That festival was about working in Boyle Heights in East LA, a very sort of under-served but vibrant community, that doesn’t have a lot of arts organizations and this one company was granted a space from the city and it was taken away from them, and they had to go to court to fight to get this space back, and I thought wouldn’t it be a great idea to do the festival as a kick-off for their community space, so we did.

The result of that was about ninety plays by sixty playwrights in LA; at least half of those plays were by Latino playwrights; a good quarter of those plays were in Spanish; and we had 65 actors; more than half of them were over the age of forty; more than half of them weren’t white, and it was a completely different experience than what we did in New York. It had a local identity and it sold out.

It was exactly like what happened in the first year of the festival. It was kinda sloppy, like the first year in New York, but you have to remember that these theaters haven’t done it before, so every time you ask someone to make a one-minute play for the first time, or write it for the first time, it’s like starting from square one back in 2007, but that’s ok because you have to let every theater that wants to invest in this project sort of discover what it is, and give them a chance to grow it in their way, so it’s a lot of patience in that regard.

Immediately the next weekend, we went to San Francisco and partnered with the Playwrights Foundation which is a really similar organization to the Lark. It’s a playwrights’ service organization, and we did the festival to benefit their member programming so it supported their core playwrights and their community playwrights that are a part of their theater initiative, and that was about forty playwrights, and that festival was really, really unique. They’ve already committed to having the festival back for years to come, as is L.A., so those festivals are going to be continuing.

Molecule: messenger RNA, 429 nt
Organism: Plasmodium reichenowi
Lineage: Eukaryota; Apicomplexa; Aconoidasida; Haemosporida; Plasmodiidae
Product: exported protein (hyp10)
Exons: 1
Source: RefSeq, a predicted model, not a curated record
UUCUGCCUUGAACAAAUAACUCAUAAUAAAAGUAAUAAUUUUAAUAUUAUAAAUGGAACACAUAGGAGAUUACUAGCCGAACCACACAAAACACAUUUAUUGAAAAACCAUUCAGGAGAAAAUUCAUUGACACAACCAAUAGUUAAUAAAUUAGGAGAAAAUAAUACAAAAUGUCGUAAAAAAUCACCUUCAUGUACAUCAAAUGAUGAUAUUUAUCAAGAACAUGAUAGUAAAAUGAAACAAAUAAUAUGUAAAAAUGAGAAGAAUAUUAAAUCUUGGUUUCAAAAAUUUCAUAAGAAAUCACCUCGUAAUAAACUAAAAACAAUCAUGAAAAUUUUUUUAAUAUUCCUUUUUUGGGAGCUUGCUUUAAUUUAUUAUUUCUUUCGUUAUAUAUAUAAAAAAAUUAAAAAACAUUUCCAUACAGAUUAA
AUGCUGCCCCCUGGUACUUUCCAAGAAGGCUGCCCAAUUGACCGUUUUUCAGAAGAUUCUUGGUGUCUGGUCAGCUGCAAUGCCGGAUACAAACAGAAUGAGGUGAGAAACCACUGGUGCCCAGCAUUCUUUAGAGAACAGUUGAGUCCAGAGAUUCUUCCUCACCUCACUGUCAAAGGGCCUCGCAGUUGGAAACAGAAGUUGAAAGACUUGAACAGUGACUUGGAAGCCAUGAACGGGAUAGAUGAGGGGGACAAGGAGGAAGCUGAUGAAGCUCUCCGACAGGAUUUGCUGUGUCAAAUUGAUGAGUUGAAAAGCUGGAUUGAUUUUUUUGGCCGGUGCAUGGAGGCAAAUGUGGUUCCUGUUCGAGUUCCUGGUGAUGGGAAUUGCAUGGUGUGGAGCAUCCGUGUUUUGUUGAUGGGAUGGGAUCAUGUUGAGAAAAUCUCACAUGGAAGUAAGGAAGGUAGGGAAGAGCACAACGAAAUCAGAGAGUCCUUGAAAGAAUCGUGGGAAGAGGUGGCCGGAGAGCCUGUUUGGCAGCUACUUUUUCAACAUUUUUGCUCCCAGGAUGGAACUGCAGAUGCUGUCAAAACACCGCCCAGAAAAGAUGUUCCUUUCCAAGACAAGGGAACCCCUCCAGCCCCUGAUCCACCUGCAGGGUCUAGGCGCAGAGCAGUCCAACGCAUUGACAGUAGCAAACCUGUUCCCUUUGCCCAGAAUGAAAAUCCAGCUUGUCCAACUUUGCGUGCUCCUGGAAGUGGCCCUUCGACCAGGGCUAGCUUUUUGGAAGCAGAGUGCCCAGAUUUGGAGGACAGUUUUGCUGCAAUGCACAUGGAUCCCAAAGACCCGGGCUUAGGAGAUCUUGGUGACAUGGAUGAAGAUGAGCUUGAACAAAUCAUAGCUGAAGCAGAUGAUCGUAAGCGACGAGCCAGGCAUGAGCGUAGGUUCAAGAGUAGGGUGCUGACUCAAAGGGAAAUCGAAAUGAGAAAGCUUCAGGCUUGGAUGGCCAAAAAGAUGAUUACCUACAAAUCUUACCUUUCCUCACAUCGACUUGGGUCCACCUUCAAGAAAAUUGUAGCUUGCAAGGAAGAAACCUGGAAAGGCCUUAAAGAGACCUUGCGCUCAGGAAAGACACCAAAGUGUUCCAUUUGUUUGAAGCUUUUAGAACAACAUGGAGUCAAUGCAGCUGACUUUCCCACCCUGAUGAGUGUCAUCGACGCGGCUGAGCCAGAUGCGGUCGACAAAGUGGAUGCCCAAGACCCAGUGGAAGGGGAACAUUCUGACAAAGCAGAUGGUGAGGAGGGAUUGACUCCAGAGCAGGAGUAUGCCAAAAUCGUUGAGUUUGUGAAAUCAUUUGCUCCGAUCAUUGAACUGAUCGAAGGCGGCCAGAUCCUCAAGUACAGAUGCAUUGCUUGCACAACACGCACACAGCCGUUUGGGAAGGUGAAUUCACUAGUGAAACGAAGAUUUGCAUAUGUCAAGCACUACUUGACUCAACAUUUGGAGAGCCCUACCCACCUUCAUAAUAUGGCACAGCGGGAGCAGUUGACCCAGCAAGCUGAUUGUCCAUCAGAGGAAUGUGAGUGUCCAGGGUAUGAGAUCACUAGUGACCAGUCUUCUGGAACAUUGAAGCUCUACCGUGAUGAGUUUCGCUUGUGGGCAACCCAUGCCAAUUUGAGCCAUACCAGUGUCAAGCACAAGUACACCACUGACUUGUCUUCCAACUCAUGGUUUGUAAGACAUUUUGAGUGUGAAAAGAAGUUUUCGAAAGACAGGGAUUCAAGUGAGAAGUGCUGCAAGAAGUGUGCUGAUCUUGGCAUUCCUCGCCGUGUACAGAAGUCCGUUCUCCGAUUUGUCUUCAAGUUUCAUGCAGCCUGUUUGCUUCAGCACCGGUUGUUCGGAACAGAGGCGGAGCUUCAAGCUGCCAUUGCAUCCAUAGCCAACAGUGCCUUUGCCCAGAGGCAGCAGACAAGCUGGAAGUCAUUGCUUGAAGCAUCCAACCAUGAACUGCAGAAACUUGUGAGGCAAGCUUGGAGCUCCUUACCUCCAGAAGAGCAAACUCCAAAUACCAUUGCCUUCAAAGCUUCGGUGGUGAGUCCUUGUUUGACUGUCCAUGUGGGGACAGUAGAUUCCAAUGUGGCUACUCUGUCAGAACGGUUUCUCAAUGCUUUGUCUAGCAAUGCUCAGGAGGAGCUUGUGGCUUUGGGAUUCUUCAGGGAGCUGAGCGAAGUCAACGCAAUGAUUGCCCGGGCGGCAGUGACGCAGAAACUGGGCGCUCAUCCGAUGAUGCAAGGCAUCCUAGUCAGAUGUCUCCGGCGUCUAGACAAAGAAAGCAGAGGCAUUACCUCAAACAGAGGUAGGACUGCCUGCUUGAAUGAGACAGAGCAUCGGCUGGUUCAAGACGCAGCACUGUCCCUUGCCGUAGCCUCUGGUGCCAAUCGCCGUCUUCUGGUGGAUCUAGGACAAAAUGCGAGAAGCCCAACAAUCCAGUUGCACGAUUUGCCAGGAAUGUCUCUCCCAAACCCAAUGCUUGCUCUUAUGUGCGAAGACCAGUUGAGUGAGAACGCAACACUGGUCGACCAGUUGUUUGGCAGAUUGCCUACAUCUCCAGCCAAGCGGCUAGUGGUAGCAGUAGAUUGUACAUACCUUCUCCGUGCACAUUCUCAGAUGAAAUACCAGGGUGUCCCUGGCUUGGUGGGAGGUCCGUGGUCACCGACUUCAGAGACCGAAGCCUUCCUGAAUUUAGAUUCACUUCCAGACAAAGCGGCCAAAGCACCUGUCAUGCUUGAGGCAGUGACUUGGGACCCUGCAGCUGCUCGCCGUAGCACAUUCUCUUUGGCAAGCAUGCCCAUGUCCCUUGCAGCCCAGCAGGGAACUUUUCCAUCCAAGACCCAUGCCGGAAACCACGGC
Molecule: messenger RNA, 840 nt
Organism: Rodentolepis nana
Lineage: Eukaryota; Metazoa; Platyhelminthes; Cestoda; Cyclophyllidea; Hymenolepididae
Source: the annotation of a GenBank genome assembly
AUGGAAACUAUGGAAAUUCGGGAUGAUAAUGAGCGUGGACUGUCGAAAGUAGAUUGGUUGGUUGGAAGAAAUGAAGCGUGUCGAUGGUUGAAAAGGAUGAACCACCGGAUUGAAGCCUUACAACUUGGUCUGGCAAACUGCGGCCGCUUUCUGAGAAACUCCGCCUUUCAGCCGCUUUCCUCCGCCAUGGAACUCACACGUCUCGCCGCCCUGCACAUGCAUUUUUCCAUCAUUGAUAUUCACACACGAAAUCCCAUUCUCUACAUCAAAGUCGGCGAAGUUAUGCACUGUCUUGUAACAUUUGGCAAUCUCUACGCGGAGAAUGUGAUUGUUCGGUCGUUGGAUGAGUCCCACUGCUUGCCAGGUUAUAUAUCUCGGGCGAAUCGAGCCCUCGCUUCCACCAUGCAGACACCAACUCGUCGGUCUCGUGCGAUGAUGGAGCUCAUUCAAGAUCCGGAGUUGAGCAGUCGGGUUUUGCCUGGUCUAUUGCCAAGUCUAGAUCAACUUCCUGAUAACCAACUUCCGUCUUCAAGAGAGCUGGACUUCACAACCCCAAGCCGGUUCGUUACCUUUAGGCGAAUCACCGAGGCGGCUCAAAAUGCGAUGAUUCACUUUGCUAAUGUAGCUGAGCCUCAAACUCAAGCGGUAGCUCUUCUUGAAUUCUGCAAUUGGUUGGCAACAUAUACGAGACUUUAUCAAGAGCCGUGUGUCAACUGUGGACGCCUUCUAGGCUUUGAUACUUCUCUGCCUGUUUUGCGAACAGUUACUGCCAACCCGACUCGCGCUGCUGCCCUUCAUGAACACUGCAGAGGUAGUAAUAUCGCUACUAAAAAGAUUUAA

The third festival, I did was in New Jersey with the New Brunswick Theater Festival, which is a small organization that works with youth communities and prison communities and does Shakespeare and educational programming with populations of people that may not have access to that kind of education or opportunity in that region of New Jersey.

The festival was also very different than the one in New York. I was concerned that it would be too similar to New York because its close proximity, but New Jersey has its own culture, and a lot of this work is about discovering the culture of what every city is.

After that, we did Victory Gardens in Chicago which was our biggest festival. We did a hundred and one plays by close to seventy playwrights on the main stage of the Biograph and to me, Chicago, as a jaded New Yorker, is the best theater city in the United States. They were so enthusiastic. The festival was awesome. They just got it. And this year we’re going back to all of those places and a bunch of new places too. So the festival has almost doubled in size a year – including this year which is benefiting the Einhorn School of Performing Arts.

How did the collaboration between Espa/Primary Stages and the One-Minute Play Festival come about?